A study carried out by a team of scientists, concluded that the brain of birds, especially those of singing and parrots have a higher number of neurons in the pallium, the area of the brain that contains superior cognitive abilities, such as making plans or finding patterns.
Well, the macaw’s brain, despite being more than smaller than the macaque, has more neurons in this area associated with intelligent behavior. It is surprising, but even the common pigeons accumulate more neurons in their brain. In terms of intelligence, not everything is to have a big brain.
The “birds of love,” so named because they need to live as a couple, are able to learn and repeat sounds, including short words. They can also emit whistles.
Researchers discovered that pigeons could categorize objects by performing a mental operation very similar to what children do when they learn the words.
There is a very curious anecdote about this bird, in the United Kingdom, at the time when milk was distributed around the houses, the Tits learned to identify these bottles by the color of the lid and feed on them.
This bird can recognize itself in front of a mirror. In one experiment, the researchers placed colored stickers on the throat of several magpies that were in front of a mirror. Well, looking in the mirror, the birds were trying to take off the stickers. They recognized their reflection!
The cormorants accompany the Chinese fishermen, who give them the eighth fish of those who manage to catch as a prize. These birds know how to count to eight and refuse to continue collaborating with fishing once they get their reward going on to fish for their own benefit.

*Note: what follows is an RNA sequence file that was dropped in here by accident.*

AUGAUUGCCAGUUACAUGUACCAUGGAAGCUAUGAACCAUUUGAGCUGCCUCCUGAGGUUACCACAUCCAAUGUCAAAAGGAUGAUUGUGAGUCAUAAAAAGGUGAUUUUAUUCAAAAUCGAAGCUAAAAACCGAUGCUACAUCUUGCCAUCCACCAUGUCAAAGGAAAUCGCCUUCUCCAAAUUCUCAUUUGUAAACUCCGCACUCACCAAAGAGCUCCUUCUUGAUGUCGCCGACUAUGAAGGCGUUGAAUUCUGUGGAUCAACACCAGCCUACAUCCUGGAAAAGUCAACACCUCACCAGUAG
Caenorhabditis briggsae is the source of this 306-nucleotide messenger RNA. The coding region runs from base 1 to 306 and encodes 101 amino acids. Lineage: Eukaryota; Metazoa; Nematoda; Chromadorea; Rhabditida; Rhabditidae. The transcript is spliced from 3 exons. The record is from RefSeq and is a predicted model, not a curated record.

Macaws are able to repeat words when they reach their seventh month of life and can more or less understand what they are being told.
Crows are very intelligent birds. They are able to memorize, solve problems logically, build tools, even distinguish and remember other crows and people. A study concluded that these birds were able to solve the same puzzle that a seven-year child would solve.
Ravens are in the same biological group as crows (genus) and they are just as smart. They have the ability to understand cause and solve complex problems. They’re also as playful as crows but cooperative hunters that often work in pairs.
They travel in pairs so that one of them can distract their prey while the other gets the food (egg or another animal). Ravens have excellent cognitive intelligence. See how PBS highlights how smart they are.
A study by scientists from the University of Oxford, Vienna, and the Max Planck Institute in Germany showed that cockatoos could solve a problem to obtain a reward, being very innovative in the process, have the patience to achieve their goal, and even learn from each other.
10. Gray parrot
The grey parrot Alex was the subject of scientific study in the Avian Learning Experiment, in which he showed that those of his species could decide at a basic level which words to use and use frequently used words consciously and creatively. Watch in this video;
The kea (Nestor notabilis) is a large green parrot, considered to be the most intelligent bird in the world. It comes from the South Island in New Zealand and is named after the sound it emits when it flies. The kea can use objects of nature to get food, to solve problems after a previous analysis of the environment, and to act in groups to achieve what is proposed.